Neither bike will be the proper height. 48 cm is for a person around 5'2" or less. 53 cm will be barely big enough. Longer seat posts are available but getting the bars high enough can be impossible.

    As to your choice of bike, STRONGLY suggest not buying a fixed gear or single speed bike. About the most useless limiting bike you can buy.

    Take for instance gearing. With a 44t front and 16t rear gearing you will be able to achieve 19 mph pedaling at a proper 90 rpms. Can you ride that fast all the time? Can you ride that fast up hills or into a screaming headwind? I can't. Nor will you. These bikes are hard on the knees.

    See link below.

    fixed gear bike with a three speed hub. Three speeds beats one speed every day of the year.

    see second link.

    Eight speed bike.

    Lastly, a three speed with with a coaster brake.

    Don't make the mistake of buying a fixed gear bicycle. You have better choices available.

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  • 8 years ago

    Well, every brand of bike is different. I have to ride 14" and I'm about 5'1-5'2. Any more than that I can't even stop properly.

    Anyway, I agree with the other person about the single-speed road bike. It's not safe. I know it seems simpler and easier, but it really is not. When you are riding with cars or other bikes, you have to be able to keep pace... just like with driving a car, you have to keep up with traffic at least to some degree, correct? Same with a bike.

    I've seen a lot of people riding fixies in the bike lane and end up cruising through 4-way stops because they couldn't stop in time, or I would see people riding fixies too aggressively in the road... in fact some of them just flat out try and exceed the bike's capacity altogether. If those same people got a geared bike instead of a "cool" one, they would be able to do those things without risking serious injury to themselves or other people.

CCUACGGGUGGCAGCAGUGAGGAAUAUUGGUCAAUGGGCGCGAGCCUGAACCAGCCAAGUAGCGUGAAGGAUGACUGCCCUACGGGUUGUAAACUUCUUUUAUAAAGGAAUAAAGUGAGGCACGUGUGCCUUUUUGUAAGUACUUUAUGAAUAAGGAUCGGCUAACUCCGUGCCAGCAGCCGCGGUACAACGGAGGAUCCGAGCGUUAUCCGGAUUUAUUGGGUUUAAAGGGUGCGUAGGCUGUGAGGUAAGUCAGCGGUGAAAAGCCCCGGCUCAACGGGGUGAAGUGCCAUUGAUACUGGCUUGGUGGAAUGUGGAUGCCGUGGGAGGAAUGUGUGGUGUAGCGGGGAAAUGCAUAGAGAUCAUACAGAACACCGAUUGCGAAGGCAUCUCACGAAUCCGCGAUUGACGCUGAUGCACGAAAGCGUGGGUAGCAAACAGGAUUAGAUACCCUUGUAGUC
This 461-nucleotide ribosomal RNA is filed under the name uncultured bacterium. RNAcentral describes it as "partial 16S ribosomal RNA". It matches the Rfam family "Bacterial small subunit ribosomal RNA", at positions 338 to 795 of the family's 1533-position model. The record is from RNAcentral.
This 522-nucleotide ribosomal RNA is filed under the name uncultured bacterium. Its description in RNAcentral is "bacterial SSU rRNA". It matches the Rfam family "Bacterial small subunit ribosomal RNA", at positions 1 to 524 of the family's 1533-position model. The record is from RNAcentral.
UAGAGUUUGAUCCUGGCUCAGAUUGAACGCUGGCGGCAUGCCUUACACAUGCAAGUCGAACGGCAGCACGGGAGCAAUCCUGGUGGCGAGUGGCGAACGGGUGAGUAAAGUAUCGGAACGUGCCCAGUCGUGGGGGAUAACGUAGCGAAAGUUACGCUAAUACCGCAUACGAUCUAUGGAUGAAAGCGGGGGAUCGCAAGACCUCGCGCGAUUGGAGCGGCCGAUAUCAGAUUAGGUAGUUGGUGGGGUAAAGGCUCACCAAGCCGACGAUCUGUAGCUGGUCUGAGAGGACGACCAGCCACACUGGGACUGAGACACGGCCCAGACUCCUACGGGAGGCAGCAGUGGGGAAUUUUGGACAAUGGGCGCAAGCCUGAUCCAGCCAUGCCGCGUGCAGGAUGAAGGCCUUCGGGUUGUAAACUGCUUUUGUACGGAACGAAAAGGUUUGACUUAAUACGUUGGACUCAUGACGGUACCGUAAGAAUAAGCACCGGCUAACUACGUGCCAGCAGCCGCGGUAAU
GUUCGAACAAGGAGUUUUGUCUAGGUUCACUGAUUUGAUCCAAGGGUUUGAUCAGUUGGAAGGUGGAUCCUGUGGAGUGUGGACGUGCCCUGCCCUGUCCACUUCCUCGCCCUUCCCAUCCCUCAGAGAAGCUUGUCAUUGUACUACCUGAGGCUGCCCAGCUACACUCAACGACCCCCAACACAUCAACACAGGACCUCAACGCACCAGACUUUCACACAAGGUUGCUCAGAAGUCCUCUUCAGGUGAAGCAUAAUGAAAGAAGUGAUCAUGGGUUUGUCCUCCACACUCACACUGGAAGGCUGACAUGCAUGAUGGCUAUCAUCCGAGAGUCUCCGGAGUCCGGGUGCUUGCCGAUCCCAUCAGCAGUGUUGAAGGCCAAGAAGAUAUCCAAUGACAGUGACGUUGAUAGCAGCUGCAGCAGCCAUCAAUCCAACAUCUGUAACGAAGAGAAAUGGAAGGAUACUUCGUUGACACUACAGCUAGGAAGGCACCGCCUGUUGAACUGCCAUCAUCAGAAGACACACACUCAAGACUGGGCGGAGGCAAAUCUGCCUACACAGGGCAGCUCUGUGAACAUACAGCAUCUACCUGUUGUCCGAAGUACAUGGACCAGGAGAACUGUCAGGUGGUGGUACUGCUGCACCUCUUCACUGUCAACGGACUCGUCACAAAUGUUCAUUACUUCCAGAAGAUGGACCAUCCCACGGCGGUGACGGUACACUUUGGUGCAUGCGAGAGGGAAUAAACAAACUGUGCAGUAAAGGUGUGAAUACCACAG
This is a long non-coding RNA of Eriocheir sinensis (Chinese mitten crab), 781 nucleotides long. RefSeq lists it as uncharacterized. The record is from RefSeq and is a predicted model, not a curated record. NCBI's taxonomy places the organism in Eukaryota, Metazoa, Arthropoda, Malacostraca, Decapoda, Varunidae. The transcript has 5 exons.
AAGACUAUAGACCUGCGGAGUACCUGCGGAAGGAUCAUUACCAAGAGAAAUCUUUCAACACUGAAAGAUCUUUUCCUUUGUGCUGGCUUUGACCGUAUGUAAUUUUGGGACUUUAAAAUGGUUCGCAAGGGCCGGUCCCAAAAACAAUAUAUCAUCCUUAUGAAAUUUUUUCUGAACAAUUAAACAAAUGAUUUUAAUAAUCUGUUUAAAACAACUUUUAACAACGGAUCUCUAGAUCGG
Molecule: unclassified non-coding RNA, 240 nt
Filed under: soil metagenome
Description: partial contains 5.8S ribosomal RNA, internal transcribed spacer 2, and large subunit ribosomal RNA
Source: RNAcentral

If you do end up getting a fixie, please for the love of all things great do NOT get a brakeless one. There is a whole subculture of people who ride fixies who believe that stopping the wheel with their shoe is more reliable than a brake. It's not reliable, it's reckless. You only do that if your brakes aren't working. I hope those things become illegal in the very near future if it isn't already

  • Penny
    Lv 4
    4 years ago

    48 cm is much too small, and depending on your body proportions and the frame geometry, there is a good chance that the 52 cm is also too small. You probably need a frame in the 54-55 cm range, but again, this depends on a few variables. If you have short legs and a long torso, you might need a smaller size, provided that the smaller size has a long enough top tube. If you have long legs, a larger size would be needed with a slightly shorter top tube. Find out if the store is able to do a fitting to make sure that you are properly positioned. Even if you have to pay extra, the money would be well spent

  • John M
    Lv 7
    8 years ago

    The 480 mm frame will be too small the 530 may be too big. You want to go to the local bike shop and get fitted for a bike. Bikes direct has a wider range of sizes and much better bikes then what you are looking at. You want to measure your actual inseam with shoes on and get a frame with the standover height that is 1-2 inches less then your stand over height.

    http://www.bikesdirect.com/products/trackbikes.htm

  • 4 years ago

    This Site Might Help You.

    RE:

    What Bike Size Frame (Fixie road bike) Do I Need?

    Im 5"7-5"8, Not completely sure. I weigh 135-150 avg.(My weight changes pretty quickly [depending on me being active or not] ) Im getting a road bike (Fixie) in a couple of months.

    • CROMOLY FRAME

    • SEAT TUBE: 530MM OR 480MM

    • HANDLE BAR: 23.5"

    • 46 TOOTH ALLOY LASCO FIXIE...

    Source(s): bike size frame fixie road bike need: https://biturl.im/UmNSh